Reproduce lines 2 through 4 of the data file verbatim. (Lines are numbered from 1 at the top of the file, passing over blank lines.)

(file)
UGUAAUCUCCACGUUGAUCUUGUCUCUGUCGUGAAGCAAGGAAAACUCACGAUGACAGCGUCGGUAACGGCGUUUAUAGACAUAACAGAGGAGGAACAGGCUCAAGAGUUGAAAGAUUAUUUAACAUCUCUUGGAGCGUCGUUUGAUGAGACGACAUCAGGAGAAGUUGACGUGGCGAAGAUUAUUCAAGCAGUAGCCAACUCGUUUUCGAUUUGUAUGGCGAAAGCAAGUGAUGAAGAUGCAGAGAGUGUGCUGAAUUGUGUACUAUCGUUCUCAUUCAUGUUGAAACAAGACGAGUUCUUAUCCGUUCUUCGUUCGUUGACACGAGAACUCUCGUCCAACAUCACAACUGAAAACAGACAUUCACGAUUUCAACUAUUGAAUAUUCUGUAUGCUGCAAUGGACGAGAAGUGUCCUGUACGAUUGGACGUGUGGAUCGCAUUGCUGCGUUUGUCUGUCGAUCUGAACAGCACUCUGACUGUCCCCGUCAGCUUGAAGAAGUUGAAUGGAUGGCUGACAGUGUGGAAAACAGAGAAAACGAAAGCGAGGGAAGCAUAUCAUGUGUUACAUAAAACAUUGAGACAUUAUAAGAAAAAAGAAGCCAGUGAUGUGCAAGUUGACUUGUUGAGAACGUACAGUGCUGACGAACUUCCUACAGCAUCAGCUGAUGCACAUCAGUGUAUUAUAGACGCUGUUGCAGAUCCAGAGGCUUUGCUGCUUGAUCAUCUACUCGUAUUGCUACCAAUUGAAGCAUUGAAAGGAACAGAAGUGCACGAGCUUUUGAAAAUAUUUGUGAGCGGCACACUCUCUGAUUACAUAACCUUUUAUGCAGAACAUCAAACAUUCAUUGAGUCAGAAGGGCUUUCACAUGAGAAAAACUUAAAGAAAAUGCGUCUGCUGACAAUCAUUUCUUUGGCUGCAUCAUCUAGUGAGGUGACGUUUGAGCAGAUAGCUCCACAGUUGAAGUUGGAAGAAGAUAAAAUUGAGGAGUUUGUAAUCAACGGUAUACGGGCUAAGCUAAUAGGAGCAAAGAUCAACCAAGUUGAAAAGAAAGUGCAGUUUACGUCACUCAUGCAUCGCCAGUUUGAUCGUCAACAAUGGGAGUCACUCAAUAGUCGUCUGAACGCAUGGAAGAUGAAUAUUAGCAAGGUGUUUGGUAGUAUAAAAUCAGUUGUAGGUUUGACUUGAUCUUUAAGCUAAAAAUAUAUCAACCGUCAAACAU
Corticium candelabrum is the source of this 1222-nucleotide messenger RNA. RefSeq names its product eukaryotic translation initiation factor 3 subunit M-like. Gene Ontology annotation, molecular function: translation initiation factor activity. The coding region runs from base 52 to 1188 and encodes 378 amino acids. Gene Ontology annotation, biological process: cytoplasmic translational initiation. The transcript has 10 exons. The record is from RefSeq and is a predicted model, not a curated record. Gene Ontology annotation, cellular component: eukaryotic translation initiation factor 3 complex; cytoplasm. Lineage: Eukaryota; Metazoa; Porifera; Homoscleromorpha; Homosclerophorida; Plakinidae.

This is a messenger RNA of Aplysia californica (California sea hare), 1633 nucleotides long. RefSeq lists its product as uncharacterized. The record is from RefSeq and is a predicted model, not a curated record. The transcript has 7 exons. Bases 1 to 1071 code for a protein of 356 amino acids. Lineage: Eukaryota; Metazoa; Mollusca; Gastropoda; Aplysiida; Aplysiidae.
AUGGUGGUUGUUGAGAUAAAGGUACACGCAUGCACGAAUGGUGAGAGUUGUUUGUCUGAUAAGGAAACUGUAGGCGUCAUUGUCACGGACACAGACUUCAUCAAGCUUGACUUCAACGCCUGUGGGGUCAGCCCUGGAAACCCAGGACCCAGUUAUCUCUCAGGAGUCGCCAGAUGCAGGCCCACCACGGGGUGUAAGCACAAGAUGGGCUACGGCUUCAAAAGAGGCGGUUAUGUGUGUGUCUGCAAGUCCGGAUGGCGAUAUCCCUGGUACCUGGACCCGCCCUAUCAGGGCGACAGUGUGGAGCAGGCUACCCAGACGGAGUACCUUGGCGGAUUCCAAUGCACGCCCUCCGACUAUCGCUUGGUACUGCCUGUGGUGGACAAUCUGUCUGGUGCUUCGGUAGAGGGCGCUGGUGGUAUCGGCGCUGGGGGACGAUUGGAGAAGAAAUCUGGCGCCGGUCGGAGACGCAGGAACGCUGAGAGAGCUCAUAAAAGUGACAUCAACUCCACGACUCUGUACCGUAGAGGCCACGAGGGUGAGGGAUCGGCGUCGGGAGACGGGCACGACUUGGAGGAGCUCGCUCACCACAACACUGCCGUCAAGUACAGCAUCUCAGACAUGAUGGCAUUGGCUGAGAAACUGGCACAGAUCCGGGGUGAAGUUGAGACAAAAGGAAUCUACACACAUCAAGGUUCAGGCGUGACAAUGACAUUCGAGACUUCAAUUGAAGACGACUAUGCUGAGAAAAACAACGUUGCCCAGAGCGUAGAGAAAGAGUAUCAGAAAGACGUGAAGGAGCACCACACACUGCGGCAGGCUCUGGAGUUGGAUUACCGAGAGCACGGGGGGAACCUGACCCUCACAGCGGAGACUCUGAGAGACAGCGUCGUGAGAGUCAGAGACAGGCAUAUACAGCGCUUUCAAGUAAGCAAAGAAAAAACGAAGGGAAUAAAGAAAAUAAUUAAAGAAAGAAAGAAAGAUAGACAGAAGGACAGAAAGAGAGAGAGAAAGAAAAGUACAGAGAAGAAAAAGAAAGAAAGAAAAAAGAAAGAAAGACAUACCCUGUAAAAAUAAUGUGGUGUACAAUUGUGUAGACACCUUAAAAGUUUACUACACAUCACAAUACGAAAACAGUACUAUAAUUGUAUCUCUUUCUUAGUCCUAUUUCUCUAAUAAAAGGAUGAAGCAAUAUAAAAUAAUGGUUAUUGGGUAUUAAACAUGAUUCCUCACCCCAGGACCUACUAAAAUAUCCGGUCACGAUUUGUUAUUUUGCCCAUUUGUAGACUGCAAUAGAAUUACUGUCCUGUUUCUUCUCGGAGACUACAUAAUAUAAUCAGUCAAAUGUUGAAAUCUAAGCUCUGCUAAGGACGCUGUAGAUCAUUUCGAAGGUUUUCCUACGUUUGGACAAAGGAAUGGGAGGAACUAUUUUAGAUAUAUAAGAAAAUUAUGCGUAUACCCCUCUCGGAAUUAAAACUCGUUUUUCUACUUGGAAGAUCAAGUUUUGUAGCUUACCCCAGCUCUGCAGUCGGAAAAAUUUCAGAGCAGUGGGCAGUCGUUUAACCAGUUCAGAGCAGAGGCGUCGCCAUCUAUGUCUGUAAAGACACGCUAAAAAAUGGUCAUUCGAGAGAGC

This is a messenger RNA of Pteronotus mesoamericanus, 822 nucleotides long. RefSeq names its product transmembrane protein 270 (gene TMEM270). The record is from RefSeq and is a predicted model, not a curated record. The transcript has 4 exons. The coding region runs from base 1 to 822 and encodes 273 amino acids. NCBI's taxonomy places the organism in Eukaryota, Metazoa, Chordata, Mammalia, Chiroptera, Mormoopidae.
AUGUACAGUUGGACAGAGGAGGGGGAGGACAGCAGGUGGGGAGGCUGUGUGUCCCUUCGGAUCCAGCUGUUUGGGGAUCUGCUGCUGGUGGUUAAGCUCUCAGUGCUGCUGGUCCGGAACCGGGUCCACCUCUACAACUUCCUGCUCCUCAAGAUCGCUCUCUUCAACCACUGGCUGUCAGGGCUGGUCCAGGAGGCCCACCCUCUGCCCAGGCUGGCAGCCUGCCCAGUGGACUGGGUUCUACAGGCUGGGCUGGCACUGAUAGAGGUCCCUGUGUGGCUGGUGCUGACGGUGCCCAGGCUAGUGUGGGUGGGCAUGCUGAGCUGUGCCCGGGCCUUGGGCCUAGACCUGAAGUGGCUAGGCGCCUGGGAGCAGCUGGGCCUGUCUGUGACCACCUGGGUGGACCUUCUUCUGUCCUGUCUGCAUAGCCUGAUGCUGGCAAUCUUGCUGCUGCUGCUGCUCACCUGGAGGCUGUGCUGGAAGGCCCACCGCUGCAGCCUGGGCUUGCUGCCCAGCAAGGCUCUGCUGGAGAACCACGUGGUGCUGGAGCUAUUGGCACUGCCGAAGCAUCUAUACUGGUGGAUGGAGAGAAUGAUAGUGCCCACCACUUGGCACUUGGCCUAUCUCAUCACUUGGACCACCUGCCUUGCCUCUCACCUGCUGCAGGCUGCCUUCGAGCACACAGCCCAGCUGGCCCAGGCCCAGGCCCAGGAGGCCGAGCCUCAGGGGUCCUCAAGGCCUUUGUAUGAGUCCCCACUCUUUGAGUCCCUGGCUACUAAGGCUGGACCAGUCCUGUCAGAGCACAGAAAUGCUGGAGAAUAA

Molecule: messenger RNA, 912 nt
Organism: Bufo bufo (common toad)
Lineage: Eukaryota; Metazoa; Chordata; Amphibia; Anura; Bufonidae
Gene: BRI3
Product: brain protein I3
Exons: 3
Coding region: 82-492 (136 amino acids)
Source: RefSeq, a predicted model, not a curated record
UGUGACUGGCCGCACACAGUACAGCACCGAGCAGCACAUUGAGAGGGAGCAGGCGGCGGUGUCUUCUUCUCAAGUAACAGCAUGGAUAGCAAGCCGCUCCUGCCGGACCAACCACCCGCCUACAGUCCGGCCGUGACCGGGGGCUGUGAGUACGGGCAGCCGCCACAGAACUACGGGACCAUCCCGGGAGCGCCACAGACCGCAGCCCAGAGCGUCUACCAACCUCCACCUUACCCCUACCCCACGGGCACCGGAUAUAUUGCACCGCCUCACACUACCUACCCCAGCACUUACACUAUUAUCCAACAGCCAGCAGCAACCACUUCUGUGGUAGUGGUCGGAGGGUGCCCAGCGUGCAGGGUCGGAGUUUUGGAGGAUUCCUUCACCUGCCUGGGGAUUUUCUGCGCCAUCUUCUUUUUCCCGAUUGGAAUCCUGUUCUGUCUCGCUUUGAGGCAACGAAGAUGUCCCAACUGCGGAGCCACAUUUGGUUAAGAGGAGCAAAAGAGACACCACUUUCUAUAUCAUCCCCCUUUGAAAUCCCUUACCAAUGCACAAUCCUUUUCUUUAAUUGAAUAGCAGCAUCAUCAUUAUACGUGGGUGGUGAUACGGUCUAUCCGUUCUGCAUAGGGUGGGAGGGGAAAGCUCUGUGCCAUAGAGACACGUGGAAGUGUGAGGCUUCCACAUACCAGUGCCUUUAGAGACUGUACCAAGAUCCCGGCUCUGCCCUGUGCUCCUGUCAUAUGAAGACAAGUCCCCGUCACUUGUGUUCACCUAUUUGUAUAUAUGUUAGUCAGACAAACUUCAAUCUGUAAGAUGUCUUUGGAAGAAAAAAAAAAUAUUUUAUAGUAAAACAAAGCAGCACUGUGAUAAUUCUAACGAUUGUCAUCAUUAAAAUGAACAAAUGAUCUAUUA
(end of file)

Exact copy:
Corticium candelabrum is the source of this 1222-nucleotide messenger RNA. RefSeq names its product eukaryotic translation initiation factor 3 subunit M-like. Gene Ontology annotation, molecular function: translation initiation factor activity. The coding region runs from base 52 to 1188 and encodes 378 amino acids. Gene Ontology annotation, biological process: cytoplasmic translational initiation. The transcript has 10 exons. The record is from RefSeq and is a predicted model, not a curated record. Gene Ontology annotation, cellular component: eukaryotic translation initiation factor 3 complex; cytoplasm. Lineage: Eukaryota; Metazoa; Porifera; Homoscleromorpha; Homosclerophorida; Plakinidae.

This is a messenger RNA of Aplysia californica (California sea hare), 1633 nucleotides long. RefSeq lists its product as uncharacterized. The record is from RefSeq and is a predicted model, not a curated record. The transcript has 7 exons. Bases 1 to 1071 code for a protein of 356 amino acids. Lineage: Eukaryota; Metazoa; Mollusca; Gastropoda; Aplysiida; Aplysiidae.
AUGGUGGUUGUUGAGAUAAAGGUACACGCAUGCACGAAUGGUGAGAGUUGUUUGUCUGAUAAGGAAACUGUAGGCGUCAUUGUCACGGACACAGACUUCAUCAAGCUUGACUUCAACGCCUGUGGGGUCAGCCCUGGAAACCCAGGACCCAGUUAUCUCUCAGGAGUCGCCAGAUGCAGGCCCACCACGGGGUGUAAGCACAAGAUGGGCUACGGCUUCAAAAGAGGCGGUUAUGUGUGUGUCUGCAAGUCCGGAUGGCGAUAUCCCUGGUACCUGGACCCGCCCUAUCAGGGCGACAGUGUGGAGCAGGCUACCCAGACGGAGUACCUUGGCGGAUUCCAAUGCACGCCCUCCGACUAUCGCUUGGUACUGCCUGUGGUGGACAAUCUGUCUGGUGCUUCGGUAGAGGGCGCUGGUGGUAUCGGCGCUGGGGGACGAUUGGAGAAGAAAUCUGGCGCCGGUCGGAGACGCAGGAACGCUGAGAGAGCUCAUAAAAGUGACAUCAACUCCACGACUCUGUACCGUAGAGGCCACGAGGGUGAGGGAUCGGCGUCGGGAGACGGGCACGACUUGGAGGAGCUCGCUCACCACAACACUGCCGUCAAGUACAGCAUCUCAGACAUGAUGGCAUUGGCUGAGAAACUGGCACAGAUCCGGGGUGAAGUUGAGACAAAAGGAAUCUACACACAUCAAGGUUCAGGCGUGACAAUGACAUUCGAGACUUCAAUUGAAGACGACUAUGCUGAGAAAAACAACGUUGCCCAGAGCGUAGAGAAAGAGUAUCAGAAAGACGUGAAGGAGCACCACACACUGCGGCAGGCUCUGGAGUUGGAUUACCGAGAGCACGGGGGGAACCUGACCCUCACAGCGGAGACUCUGAGAGACAGCGUCGUGAGAGUCAGAGACAGGCAUAUACAGCGCUUUCAAGUAAGCAAAGAAAAAACGAAGGGAAUAAAGAAAAUAAUUAAAGAAAGAAAGAAAGAUAGACAGAAGGACAGAAAGAGAGAGAGAAAGAAAAGUACAGAGAAGAAAAAGAAAGAAAGAAAAAAGAAAGAAAGACAUACCCUGUAAAAAUAAUGUGGUGUACAAUUGUGUAGACACCUUAAAAGUUUACUACACAUCACAAUACGAAAACAGUACUAUAAUUGUAUCUCUUUCUUAGUCCUAUUUCUCUAAUAAAAGGAUGAAGCAAUAUAAAAUAAUGGUUAUUGGGUAUUAAACAUGAUUCCUCACCCCAGGACCUACUAAAAUAUCCGGUCACGAUUUGUUAUUUUGCCCAUUUGUAGACUGCAAUAGAAUUACUGUCCUGUUUCUUCUCGGAGACUACAUAAUAUAAUCAGUCAAAUGUUGAAAUCUAAGCUCUGCUAAGGACGCUGUAGAUCAUUUCGAAGGUUUUCCUACGUUUGGACAAAGGAAUGGGAGGAACUAUUUUAGAUAUAUAAGAAAAUUAUGCGUAUACCCCUCUCGGAAUUAAAACUCGUUUUUCUACUUGGAAGAUCAAGUUUUGUAGCUUACCCCAGCUCUGCAGUCGGAAAAAUUUCAGAGCAGUGGGCAGUCGUUUAACCAGUUCAGAGCAGAGGCGUCGCCAUCUAUGUCUGUAAAGACACGCUAAAAAAUGGUCAUUCGAGAGAGC